Just one day after we laid out what Goldman’s revised forecast for the Fed’s “NOT A QE” will look like, which for those who missed it predicted that the Fed would announce “monthly purchases of about $60BN for four months, split across Treasury bills and short maturity coupon Treasuries, in order to replenish the roughly $200bn reserve shortfall and support the pace of growth in non-reserve liabilities”, the Fed has done just that and moments ago – well ahead of consensus expectations which saw the Fed making this announcement some time in November – the US central bank announced it would start purchasing $60BN in Bills per month starting October 15. This will be in addition to rolling over “all principal payments from the Federal Reserve’s holdings of Treasury securities and the continued reinvestment all principal payments from the Federal Reserve’s holdings of agency debt and agency mortgage-backed securities received during each calendar month.”
In short, the proposed schedule is virtually identical to the one Goldman “proposed” yesterday, one which sees the Fed purchase a grand total of $100BN or so in TSYs the near term, and one which is meant to “engineer a one-off level shift of roughly $200bn over the course of four months.“
But wait there’s more, because just as today’s surprising spike in repo use suggested, mere “NOT A QE” may not cut it, and just in case, in order to provide an “ample supply of reserves”, the Fed will continue with $75BN in overnight repos and $35 billion in term repos twice per week, “at least through January of next year.”
Where the Fed’s announcement differs from Goldman’s proposed POMO schedule, is that this appears to be a far more aggressive form of “NOT A QE” because as the Fed notes it will continue well into the second quarter of 2020, meaning it will last beyond the 4 months proposed by Goldman, to wit: “in light of recent and expected increases in the Federal Reserve’s non-reserve liabilities, the Federal Reserve will purchase Treasury bills at least into the second quarter of next year in order to maintain over time ample reserve balances at or above the level that prevailed in early September 2019.”
The Fed’s proposal indicates that between the continuation of repo operations, and the net $60BN balance sheet expansion, the Fed’s balance sheet will reach roughly $4.2-$4.3 trillion some time in Q2 2020.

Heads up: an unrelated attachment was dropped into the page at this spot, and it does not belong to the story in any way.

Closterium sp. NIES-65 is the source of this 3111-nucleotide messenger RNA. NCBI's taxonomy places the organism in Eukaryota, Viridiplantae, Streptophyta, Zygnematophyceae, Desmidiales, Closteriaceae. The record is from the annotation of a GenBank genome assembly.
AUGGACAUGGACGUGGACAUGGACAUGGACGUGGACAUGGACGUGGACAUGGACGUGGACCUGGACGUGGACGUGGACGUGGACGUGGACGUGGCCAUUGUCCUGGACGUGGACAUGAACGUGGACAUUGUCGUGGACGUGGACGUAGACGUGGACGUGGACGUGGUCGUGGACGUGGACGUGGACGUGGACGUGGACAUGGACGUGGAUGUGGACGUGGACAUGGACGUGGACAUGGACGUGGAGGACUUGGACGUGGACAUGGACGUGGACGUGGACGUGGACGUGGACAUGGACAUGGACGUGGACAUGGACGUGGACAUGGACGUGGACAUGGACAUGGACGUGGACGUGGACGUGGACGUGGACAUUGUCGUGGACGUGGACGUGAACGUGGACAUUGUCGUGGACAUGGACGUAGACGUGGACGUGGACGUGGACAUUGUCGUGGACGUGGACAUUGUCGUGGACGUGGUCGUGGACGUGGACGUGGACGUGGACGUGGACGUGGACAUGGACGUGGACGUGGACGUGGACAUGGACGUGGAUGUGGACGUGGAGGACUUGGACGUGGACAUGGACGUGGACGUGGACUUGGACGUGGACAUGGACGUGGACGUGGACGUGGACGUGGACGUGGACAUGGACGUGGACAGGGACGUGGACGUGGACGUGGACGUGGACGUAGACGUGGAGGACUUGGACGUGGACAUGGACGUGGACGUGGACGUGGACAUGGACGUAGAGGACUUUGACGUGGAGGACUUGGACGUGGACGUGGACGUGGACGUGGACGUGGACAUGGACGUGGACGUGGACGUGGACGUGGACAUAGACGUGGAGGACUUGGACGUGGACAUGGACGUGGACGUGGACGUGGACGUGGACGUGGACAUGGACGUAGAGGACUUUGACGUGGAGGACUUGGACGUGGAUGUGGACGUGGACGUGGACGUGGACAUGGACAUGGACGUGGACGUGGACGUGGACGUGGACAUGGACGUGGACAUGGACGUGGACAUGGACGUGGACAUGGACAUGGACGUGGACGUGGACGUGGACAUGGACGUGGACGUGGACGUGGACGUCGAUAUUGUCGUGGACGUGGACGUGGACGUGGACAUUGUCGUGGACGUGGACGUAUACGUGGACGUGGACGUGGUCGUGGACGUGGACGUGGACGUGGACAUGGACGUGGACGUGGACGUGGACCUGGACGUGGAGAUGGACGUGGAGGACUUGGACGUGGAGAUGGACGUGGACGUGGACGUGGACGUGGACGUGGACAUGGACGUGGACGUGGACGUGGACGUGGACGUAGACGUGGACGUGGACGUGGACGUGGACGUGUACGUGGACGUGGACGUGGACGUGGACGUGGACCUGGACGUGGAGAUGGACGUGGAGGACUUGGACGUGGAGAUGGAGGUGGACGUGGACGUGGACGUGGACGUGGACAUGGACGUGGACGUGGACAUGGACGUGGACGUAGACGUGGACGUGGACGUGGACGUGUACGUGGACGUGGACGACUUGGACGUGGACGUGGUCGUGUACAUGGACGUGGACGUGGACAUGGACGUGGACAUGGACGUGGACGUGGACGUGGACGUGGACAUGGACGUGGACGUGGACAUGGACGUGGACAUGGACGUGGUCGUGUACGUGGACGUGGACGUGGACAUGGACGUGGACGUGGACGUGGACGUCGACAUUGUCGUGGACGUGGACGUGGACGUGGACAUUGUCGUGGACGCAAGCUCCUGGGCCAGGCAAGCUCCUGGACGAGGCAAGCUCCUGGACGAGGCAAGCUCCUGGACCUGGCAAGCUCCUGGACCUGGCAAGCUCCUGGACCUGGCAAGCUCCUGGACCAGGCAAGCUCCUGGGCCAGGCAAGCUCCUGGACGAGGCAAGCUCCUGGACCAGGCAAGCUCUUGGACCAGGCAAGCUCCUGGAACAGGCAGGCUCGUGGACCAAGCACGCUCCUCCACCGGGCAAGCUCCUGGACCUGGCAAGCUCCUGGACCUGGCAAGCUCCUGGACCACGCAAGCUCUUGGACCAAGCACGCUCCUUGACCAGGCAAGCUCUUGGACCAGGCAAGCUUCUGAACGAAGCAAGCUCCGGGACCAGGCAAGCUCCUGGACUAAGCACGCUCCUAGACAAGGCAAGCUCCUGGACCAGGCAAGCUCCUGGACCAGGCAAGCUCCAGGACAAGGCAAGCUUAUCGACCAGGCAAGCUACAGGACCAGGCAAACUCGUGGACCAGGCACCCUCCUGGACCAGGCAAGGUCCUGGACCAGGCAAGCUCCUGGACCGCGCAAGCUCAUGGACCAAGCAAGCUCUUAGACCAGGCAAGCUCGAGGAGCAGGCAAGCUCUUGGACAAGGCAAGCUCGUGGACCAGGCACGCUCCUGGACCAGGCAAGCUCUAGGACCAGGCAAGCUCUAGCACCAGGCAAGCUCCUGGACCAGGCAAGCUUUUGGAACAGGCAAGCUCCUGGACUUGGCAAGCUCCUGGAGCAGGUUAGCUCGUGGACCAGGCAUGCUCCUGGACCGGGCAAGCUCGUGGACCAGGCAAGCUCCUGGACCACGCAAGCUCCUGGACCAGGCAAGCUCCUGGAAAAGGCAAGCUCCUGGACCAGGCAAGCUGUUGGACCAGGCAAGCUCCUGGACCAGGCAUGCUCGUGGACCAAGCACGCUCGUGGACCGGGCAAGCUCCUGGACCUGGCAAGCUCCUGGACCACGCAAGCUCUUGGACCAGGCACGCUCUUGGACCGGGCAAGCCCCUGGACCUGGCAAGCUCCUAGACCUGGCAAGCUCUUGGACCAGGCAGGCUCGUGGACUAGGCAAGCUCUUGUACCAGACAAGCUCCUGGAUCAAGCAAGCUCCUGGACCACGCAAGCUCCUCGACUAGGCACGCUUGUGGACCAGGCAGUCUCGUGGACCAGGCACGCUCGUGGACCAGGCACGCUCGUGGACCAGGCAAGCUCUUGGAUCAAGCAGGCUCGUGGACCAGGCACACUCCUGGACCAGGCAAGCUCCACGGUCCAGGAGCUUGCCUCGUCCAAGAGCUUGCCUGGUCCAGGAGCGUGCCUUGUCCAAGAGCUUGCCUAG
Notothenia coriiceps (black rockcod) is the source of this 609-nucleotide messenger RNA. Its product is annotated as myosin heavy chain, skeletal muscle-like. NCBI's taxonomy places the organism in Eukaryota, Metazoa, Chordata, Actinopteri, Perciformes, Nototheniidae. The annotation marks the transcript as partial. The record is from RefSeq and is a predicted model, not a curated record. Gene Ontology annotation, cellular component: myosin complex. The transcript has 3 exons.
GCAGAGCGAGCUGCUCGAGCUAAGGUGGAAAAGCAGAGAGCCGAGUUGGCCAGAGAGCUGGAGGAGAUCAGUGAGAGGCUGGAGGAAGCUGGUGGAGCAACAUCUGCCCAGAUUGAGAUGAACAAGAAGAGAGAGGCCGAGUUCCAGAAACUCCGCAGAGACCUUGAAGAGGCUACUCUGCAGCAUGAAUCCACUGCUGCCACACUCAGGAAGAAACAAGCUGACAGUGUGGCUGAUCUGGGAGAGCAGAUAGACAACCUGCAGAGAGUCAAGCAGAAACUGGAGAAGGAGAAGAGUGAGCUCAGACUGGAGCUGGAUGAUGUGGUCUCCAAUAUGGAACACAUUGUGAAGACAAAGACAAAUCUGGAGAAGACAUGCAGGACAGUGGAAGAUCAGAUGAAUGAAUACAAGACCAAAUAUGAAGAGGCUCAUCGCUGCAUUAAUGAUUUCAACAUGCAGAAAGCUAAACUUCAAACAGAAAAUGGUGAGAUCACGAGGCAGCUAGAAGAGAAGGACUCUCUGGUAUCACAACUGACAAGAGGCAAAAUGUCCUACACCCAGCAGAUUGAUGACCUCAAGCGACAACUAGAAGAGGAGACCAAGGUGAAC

Here is the full statement from the Fed explaining all of the above:
In light of recent and expected increases in the Federal Reserve’s non-reserve liabilities, the Federal Open Market Committee (FOMC) directed the Desk, effective October 15, 2019, to purchase Treasury bills at least into the second quarter of next year to maintain over time ample reserve balances at or above the level that prevailed in early September 2019. The Committee also directed the Desk to conduct term and overnight repurchase agreement operations (repos) at least through January of next year to ensure that the supply of reserves remains ample even during periods of sharp increases in non-reserve liabilities, and to mitigate the risk of money market pressures that could adversely affect policy implementation.
In accordance with this directive, the Desk plans to purchase Treasury bills at an initial pace of approximately $60 billion per month, starting with the period from mid-October to mid-November. These reserve management purchases of Treasury bills will be in addition to the Desk’s ongoing purchases of Treasury securities related to the reinvestment of principal payments from the Federal Reserve’s holdings of agency debt and agency mortgage-backed securities. Detailed information on the schedule for reserve management purchases of Treasury bills will be announced on or around the 9th business day of each month on the Treasury Securities Operational Details site.
Consistent with this directive, the Desk will roll over at auction all principal payments from the Federal Reserve’s holdings of Treasury securities. As Treasury bill holdings mature, the principal payments will be rolled into new Treasury bill securities.
In addition, at least through January of next year, the Desk will conduct overnight and term repo operations to ensure that the supply of reserves remains ample and to mitigate the risk of money market pressures. Term repo operations will generally be conducted twice per week, initially in an offering amount of at least $35 billion per operation. Overnight repo operations will be conducted daily, initially in an offering amount of at least $75 billion per operation. Detailed information on the schedule of term and overnight repurchase agreement operations will be announced on or around the 9th business day of each month on the Repurchase Agreement Operational Details site.
So with a combined firepower between POMO and Repo in the $100s of billions per month, someone will still have the gall not to call this QE 4 “NOT A QE”?
Why yes: the Fed itself, because the last thing the Fed needs is for pundits to start asking question why Powell is launching QE when the economy is supposedly stable (and just weeks after Trump said the Fed should do “some QE”), to wit:
These actions are purely technical measures to support the effective implementation of the FOMC’s monetary policy, and do not represent a change in the stance of monetary policy.
Sure, Jerome, whatever you say: A $60BN Bill POMO + $75BN in weekly O/N Repo + $70BN (2x$35BN) in weekly Term Repo is clearly “NOT A QE“.
Fri, 10/11/2019 – 11:23
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Author: Tyler Durden